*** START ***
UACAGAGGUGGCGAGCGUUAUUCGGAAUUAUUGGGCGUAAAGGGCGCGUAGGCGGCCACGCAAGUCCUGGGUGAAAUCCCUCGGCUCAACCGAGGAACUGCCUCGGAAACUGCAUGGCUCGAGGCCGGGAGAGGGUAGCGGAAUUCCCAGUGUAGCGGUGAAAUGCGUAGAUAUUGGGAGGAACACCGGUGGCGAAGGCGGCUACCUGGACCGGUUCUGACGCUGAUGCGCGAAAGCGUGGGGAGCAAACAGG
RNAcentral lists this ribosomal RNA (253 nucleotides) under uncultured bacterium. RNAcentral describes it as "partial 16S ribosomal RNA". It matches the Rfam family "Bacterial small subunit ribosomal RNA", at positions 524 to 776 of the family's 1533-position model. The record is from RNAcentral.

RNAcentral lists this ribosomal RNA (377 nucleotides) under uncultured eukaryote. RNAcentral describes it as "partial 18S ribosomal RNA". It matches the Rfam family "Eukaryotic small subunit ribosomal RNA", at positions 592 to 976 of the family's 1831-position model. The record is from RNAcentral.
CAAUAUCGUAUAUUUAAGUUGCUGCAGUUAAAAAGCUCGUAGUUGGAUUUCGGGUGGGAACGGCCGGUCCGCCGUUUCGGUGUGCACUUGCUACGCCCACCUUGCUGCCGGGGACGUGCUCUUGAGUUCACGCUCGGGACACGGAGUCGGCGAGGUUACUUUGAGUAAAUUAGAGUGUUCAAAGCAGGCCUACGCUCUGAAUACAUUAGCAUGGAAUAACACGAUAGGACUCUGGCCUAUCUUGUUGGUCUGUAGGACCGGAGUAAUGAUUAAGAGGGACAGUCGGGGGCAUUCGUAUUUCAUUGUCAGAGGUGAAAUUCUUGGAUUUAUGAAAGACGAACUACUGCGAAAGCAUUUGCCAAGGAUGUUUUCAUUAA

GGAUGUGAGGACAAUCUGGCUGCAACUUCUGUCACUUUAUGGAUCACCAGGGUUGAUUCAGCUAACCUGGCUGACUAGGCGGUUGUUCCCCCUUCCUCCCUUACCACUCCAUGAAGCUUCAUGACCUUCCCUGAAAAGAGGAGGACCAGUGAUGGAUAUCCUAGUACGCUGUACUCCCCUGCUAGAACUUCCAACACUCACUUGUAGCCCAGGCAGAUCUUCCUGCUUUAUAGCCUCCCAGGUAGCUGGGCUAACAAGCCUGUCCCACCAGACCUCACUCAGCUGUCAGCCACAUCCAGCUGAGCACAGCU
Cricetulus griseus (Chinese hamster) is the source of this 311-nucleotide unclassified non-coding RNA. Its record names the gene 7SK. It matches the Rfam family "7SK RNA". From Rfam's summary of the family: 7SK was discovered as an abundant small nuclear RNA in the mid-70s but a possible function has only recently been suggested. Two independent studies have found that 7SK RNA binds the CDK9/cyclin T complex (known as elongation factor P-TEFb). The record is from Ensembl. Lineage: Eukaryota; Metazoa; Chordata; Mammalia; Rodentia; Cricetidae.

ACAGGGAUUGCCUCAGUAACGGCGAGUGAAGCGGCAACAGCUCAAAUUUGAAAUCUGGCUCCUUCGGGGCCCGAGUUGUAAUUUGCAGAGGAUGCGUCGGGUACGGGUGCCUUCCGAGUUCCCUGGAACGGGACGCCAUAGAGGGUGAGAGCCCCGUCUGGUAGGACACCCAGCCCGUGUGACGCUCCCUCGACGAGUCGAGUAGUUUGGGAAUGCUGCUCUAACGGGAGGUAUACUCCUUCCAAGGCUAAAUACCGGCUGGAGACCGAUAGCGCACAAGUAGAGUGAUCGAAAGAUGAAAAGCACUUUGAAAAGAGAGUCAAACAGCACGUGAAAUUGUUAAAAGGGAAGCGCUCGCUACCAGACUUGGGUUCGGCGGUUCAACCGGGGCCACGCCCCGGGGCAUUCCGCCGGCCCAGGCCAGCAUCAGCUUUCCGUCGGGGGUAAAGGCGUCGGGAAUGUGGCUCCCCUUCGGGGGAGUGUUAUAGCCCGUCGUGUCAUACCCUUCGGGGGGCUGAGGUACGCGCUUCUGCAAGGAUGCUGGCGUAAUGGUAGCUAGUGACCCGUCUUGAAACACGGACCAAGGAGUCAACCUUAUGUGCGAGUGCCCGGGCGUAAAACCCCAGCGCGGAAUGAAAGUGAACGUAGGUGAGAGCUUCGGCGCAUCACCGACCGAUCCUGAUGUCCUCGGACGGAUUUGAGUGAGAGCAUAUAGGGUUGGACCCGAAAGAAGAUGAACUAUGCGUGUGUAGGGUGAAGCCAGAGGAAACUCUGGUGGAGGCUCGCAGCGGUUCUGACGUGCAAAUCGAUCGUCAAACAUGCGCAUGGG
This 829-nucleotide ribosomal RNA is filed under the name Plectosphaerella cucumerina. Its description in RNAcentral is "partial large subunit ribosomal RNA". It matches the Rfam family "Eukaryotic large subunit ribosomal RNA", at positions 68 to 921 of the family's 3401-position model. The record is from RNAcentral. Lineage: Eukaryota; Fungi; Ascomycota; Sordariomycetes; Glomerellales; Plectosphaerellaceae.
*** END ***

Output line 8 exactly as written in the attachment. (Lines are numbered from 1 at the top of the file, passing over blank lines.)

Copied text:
This 829-nucleotide ribosomal RNA is filed under the name Plectosphaerella cucumerina. Its description in RNAcentral is "partial large subunit ribosomal RNA". It matches the Rfam family "Eukaryotic large subunit ribosomal RNA", at positions 68 to 921 of the family's 3401-position model. The record is from RNAcentral. Lineage: Eukaryota; Fungi; Ascomycota; Sordariomycetes; Glomerellales; Plectosphaerellaceae.